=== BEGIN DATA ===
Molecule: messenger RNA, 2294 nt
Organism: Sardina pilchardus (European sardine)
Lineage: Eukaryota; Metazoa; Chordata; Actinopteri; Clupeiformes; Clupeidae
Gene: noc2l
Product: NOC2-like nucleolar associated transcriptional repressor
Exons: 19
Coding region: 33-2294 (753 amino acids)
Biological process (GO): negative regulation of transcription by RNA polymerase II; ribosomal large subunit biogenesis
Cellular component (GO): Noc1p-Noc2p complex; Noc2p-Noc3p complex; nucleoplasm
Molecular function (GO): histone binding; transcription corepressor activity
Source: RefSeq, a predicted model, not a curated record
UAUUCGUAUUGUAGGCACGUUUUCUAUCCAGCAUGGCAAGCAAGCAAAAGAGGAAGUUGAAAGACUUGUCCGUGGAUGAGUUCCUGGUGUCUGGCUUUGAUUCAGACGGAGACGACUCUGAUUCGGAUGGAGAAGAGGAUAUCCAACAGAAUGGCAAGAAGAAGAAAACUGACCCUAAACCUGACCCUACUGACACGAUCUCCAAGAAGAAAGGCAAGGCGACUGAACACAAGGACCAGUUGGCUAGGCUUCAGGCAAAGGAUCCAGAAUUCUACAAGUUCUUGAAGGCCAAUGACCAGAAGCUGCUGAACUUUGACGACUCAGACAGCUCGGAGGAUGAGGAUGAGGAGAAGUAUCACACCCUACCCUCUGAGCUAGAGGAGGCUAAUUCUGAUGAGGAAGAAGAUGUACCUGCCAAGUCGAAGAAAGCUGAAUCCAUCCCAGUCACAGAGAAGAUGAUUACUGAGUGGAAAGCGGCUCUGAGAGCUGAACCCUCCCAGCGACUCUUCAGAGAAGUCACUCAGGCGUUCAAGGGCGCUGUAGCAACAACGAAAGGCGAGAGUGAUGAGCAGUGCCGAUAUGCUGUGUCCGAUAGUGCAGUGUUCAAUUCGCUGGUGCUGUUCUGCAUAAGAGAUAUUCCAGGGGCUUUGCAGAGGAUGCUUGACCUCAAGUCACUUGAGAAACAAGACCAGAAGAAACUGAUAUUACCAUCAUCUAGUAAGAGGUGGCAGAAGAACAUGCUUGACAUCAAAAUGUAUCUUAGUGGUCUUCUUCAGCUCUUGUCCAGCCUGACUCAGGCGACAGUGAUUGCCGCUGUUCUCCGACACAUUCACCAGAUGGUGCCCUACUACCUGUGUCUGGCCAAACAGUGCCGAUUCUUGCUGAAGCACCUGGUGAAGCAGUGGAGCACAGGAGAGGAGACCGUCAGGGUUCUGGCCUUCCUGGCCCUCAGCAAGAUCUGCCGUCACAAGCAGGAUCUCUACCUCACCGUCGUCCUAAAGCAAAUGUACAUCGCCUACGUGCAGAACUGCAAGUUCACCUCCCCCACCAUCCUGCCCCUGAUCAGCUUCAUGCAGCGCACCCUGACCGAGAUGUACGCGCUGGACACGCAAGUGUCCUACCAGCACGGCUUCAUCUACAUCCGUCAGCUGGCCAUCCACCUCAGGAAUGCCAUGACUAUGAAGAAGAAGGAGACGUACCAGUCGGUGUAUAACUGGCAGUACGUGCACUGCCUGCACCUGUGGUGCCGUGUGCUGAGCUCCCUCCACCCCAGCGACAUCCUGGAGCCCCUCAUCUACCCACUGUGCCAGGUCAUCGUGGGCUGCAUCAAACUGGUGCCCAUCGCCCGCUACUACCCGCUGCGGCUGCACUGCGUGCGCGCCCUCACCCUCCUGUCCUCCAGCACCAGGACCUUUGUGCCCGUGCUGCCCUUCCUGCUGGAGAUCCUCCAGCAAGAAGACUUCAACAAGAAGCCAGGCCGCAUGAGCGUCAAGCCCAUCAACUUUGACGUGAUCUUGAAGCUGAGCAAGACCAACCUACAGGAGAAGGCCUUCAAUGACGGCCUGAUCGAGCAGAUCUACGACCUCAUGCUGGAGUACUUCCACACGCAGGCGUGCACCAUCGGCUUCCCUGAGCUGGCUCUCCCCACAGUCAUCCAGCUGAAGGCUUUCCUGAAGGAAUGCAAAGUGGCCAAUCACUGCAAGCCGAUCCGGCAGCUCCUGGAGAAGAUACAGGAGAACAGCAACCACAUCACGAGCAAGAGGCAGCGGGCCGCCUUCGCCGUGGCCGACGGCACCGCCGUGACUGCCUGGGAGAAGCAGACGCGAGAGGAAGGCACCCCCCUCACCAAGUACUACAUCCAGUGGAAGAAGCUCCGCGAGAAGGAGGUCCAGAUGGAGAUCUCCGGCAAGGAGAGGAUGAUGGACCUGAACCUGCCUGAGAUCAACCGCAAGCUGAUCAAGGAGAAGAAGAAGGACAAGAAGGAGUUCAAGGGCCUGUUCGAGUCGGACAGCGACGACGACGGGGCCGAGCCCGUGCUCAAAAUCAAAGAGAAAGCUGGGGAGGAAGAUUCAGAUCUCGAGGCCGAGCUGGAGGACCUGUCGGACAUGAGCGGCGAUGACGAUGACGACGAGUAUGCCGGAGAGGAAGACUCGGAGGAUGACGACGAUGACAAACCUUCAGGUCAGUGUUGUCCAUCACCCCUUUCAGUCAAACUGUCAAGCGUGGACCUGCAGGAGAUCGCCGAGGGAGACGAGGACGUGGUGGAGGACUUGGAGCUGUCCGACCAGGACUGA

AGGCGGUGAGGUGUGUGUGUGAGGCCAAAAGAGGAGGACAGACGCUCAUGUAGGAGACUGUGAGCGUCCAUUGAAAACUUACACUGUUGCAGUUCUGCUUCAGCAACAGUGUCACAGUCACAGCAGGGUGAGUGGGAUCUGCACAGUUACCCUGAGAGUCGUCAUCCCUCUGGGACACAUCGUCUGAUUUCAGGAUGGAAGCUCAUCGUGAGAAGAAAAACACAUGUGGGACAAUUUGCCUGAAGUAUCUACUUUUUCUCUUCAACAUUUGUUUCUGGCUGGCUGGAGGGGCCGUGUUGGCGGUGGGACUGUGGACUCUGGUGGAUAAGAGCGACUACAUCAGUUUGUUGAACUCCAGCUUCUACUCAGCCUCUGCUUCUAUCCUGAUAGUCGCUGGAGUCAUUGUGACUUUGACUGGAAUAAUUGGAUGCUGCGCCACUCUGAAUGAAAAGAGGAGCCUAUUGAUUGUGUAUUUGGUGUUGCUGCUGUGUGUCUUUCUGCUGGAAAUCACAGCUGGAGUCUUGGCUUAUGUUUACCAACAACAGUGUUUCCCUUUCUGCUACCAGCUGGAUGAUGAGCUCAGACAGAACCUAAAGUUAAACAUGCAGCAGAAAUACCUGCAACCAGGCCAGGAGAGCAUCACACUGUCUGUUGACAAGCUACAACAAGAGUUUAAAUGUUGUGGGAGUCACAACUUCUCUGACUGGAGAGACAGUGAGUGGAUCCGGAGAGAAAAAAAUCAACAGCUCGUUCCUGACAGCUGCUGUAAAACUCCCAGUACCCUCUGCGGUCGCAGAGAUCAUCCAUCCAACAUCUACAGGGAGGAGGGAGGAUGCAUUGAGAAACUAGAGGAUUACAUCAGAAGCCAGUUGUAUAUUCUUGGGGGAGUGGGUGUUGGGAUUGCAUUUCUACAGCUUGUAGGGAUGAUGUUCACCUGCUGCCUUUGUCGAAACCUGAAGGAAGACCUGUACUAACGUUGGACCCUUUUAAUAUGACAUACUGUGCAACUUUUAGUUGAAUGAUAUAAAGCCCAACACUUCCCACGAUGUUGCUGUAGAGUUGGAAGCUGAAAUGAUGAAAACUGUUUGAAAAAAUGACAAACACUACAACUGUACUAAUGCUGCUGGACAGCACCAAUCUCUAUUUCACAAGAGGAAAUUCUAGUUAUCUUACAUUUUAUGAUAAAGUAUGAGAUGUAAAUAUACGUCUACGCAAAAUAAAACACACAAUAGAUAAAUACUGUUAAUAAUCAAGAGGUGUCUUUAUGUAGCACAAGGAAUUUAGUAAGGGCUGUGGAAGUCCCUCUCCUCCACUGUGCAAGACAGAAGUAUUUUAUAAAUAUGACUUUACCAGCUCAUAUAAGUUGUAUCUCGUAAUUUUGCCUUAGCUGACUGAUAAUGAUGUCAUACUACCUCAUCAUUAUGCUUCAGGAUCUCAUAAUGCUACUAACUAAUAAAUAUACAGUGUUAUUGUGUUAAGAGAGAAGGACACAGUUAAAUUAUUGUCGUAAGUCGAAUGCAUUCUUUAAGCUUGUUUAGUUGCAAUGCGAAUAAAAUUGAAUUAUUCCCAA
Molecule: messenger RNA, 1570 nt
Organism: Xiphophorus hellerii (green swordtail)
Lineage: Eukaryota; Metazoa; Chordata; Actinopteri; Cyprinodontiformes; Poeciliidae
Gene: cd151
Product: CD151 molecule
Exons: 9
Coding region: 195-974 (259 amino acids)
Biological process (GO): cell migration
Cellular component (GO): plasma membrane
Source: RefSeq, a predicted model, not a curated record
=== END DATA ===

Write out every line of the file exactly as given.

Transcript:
Molecule: messenger RNA, 2294 nt
Organism: Sardina pilchardus (European sardine)
Lineage: Eukaryota; Metazoa; Chordata; Actinopteri; Clupeiformes; Clupeidae
Gene: noc2l
Product: NOC2-like nucleolar associated transcriptional repressor
Exons: 19
Coding region: 33-2294 (753 amino acids)
Biological process (GO): negative regulation of transcription by RNA polymerase II; ribosomal large subunit biogenesis
Cellular component (GO): Noc1p-Noc2p complex; Noc2p-Noc3p complex; nucleoplasm
Molecular function (GO): histone binding; transcription corepressor activity
Source: RefSeq, a predicted model, not a curated record
UAUUCGUAUUGUAGGCACGUUUUCUAUCCAGCAUGGCAAGCAAGCAAAAGAGGAAGUUGAAAGACUUGUCCGUGGAUGAGUUCCUGGUGUCUGGCUUUGAUUCAGACGGAGACGACUCUGAUUCGGAUGGAGAAGAGGAUAUCCAACAGAAUGGCAAGAAGAAGAAAACUGACCCUAAACCUGACCCUACUGACACGAUCUCCAAGAAGAAAGGCAAGGCGACUGAACACAAGGACCAGUUGGCUAGGCUUCAGGCAAAGGAUCCAGAAUUCUACAAGUUCUUGAAGGCCAAUGACCAGAAGCUGCUGAACUUUGACGACUCAGACAGCUCGGAGGAUGAGGAUGAGGAGAAGUAUCACACCCUACCCUCUGAGCUAGAGGAGGCUAAUUCUGAUGAGGAAGAAGAUGUACCUGCCAAGUCGAAGAAAGCUGAAUCCAUCCCAGUCACAGAGAAGAUGAUUACUGAGUGGAAAGCGGCUCUGAGAGCUGAACCCUCCCAGCGACUCUUCAGAGAAGUCACUCAGGCGUUCAAGGGCGCUGUAGCAACAACGAAAGGCGAGAGUGAUGAGCAGUGCCGAUAUGCUGUGUCCGAUAGUGCAGUGUUCAAUUCGCUGGUGCUGUUCUGCAUAAGAGAUAUUCCAGGGGCUUUGCAGAGGAUGCUUGACCUCAAGUCACUUGAGAAACAAGACCAGAAGAAACUGAUAUUACCAUCAUCUAGUAAGAGGUGGCAGAAGAACAUGCUUGACAUCAAAAUGUAUCUUAGUGGUCUUCUUCAGCUCUUGUCCAGCCUGACUCAGGCGACAGUGAUUGCCGCUGUUCUCCGACACAUUCACCAGAUGGUGCCCUACUACCUGUGUCUGGCCAAACAGUGCCGAUUCUUGCUGAAGCACCUGGUGAAGCAGUGGAGCACAGGAGAGGAGACCGUCAGGGUUCUGGCCUUCCUGGCCCUCAGCAAGAUCUGCCGUCACAAGCAGGAUCUCUACCUCACCGUCGUCCUAAAGCAAAUGUACAUCGCCUACGUGCAGAACUGCAAGUUCACCUCCCCCACCAUCCUGCCCCUGAUCAGCUUCAUGCAGCGCACCCUGACCGAGAUGUACGCGCUGGACACGCAAGUGUCCUACCAGCACGGCUUCAUCUACAUCCGUCAGCUGGCCAUCCACCUCAGGAAUGCCAUGACUAUGAAGAAGAAGGAGACGUACCAGUCGGUGUAUAACUGGCAGUACGUGCACUGCCUGCACCUGUGGUGCCGUGUGCUGAGCUCCCUCCACCCCAGCGACAUCCUGGAGCCCCUCAUCUACCCACUGUGCCAGGUCAUCGUGGGCUGCAUCAAACUGGUGCCCAUCGCCCGCUACUACCCGCUGCGGCUGCACUGCGUGCGCGCCCUCACCCUCCUGUCCUCCAGCACCAGGACCUUUGUGCCCGUGCUGCCCUUCCUGCUGGAGAUCCUCCAGCAAGAAGACUUCAACAAGAAGCCAGGCCGCAUGAGCGUCAAGCCCAUCAACUUUGACGUGAUCUUGAAGCUGAGCAAGACCAACCUACAGGAGAAGGCCUUCAAUGACGGCCUGAUCGAGCAGAUCUACGACCUCAUGCUGGAGUACUUCCACACGCAGGCGUGCACCAUCGGCUUCCCUGAGCUGGCUCUCCCCACAGUCAUCCAGCUGAAGGCUUUCCUGAAGGAAUGCAAAGUGGCCAAUCACUGCAAGCCGAUCCGGCAGCUCCUGGAGAAGAUACAGGAGAACAGCAACCACAUCACGAGCAAGAGGCAGCGGGCCGCCUUCGCCGUGGCCGACGGCACCGCCGUGACUGCCUGGGAGAAGCAGACGCGAGAGGAAGGCACCCCCCUCACCAAGUACUACAUCCAGUGGAAGAAGCUCCGCGAGAAGGAGGUCCAGAUGGAGAUCUCCGGCAAGGAGAGGAUGAUGGACCUGAACCUGCCUGAGAUCAACCGCAAGCUGAUCAAGGAGAAGAAGAAGGACAAGAAGGAGUUCAAGGGCCUGUUCGAGUCGGACAGCGACGACGACGGGGCCGAGCCCGUGCUCAAAAUCAAAGAGAAAGCUGGGGAGGAAGAUUCAGAUCUCGAGGCCGAGCUGGAGGACCUGUCGGACAUGAGCGGCGAUGACGAUGACGACGAGUAUGCCGGAGAGGAAGACUCGGAGGAUGACGACGAUGACAAACCUUCAGGUCAGUGUUGUCCAUCACCCCUUUCAGUCAAACUGUCAAGCGUGGACCUGCAGGAGAUCGCCGAGGGAGACGAGGACGUGGUGGAGGACUUGGAGCUGUCCGACCAGGACUGA

AGGCGGUGAGGUGUGUGUGUGAGGCCAAAAGAGGAGGACAGACGCUCAUGUAGGAGACUGUGAGCGUCCAUUGAAAACUUACACUGUUGCAGUUCUGCUUCAGCAACAGUGUCACAGUCACAGCAGGGUGAGUGGGAUCUGCACAGUUACCCUGAGAGUCGUCAUCCCUCUGGGACACAUCGUCUGAUUUCAGGAUGGAAGCUCAUCGUGAGAAGAAAAACACAUGUGGGACAAUUUGCCUGAAGUAUCUACUUUUUCUCUUCAACAUUUGUUUCUGGCUGGCUGGAGGGGCCGUGUUGGCGGUGGGACUGUGGACUCUGGUGGAUAAGAGCGACUACAUCAGUUUGUUGAACUCCAGCUUCUACUCAGCCUCUGCUUCUAUCCUGAUAGUCGCUGGAGUCAUUGUGACUUUGACUGGAAUAAUUGGAUGCUGCGCCACUCUGAAUGAAAAGAGGAGCCUAUUGAUUGUGUAUUUGGUGUUGCUGCUGUGUGUCUUUCUGCUGGAAAUCACAGCUGGAGUCUUGGCUUAUGUUUACCAACAACAGUGUUUCCCUUUCUGCUACCAGCUGGAUGAUGAGCUCAGACAGAACCUAAAGUUAAACAUGCAGCAGAAAUACCUGCAACCAGGCCAGGAGAGCAUCACACUGUCUGUUGACAAGCUACAACAAGAGUUUAAAUGUUGUGGGAGUCACAACUUCUCUGACUGGAGAGACAGUGAGUGGAUCCGGAGAGAAAAAAAUCAACAGCUCGUUCCUGACAGCUGCUGUAAAACUCCCAGUACCCUCUGCGGUCGCAGAGAUCAUCCAUCCAACAUCUACAGGGAGGAGGGAGGAUGCAUUGAGAAACUAGAGGAUUACAUCAGAAGCCAGUUGUAUAUUCUUGGGGGAGUGGGUGUUGGGAUUGCAUUUCUACAGCUUGUAGGGAUGAUGUUCACCUGCUGCCUUUGUCGAAACCUGAAGGAAGACCUGUACUAACGUUGGACCCUUUUAAUAUGACAUACUGUGCAACUUUUAGUUGAAUGAUAUAAAGCCCAACACUUCCCACGAUGUUGCUGUAGAGUUGGAAGCUGAAAUGAUGAAAACUGUUUGAAAAAAUGACAAACACUACAACUGUACUAAUGCUGCUGGACAGCACCAAUCUCUAUUUCACAAGAGGAAAUUCUAGUUAUCUUACAUUUUAUGAUAAAGUAUGAGAUGUAAAUAUACGUCUACGCAAAAUAAAACACACAAUAGAUAAAUACUGUUAAUAAUCAAGAGGUGUCUUUAUGUAGCACAAGGAAUUUAGUAAGGGCUGUGGAAGUCCCUCUCCUCCACUGUGCAAGACAGAAGUAUUUUAUAAAUAUGACUUUACCAGCUCAUAUAAGUUGUAUCUCGUAAUUUUGCCUUAGCUGACUGAUAAUGAUGUCAUACUACCUCAUCAUUAUGCUUCAGGAUCUCAUAAUGCUACUAACUAAUAAAUAUACAGUGUUAUUGUGUUAAGAGAGAAGGACACAGUUAAAUUAUUGUCGUAAGUCGAAUGCAUUCUUUAAGCUUGUUUAGUUGCAAUGCGAAUAAAAUUGAAUUAUUCCCAA
Molecule: messenger RNA, 1570 nt
Organism: Xiphophorus hellerii (green swordtail)
Lineage: Eukaryota; Metazoa; Chordata; Actinopteri; Cyprinodontiformes; Poeciliidae
Gene: cd151
Product: CD151 molecule
Exons: 9
Coding region: 195-974 (259 amino acids)
Biological process (GO): cell migration
Cellular component (GO): plasma membrane
Source: RefSeq, a predicted model, not a curated record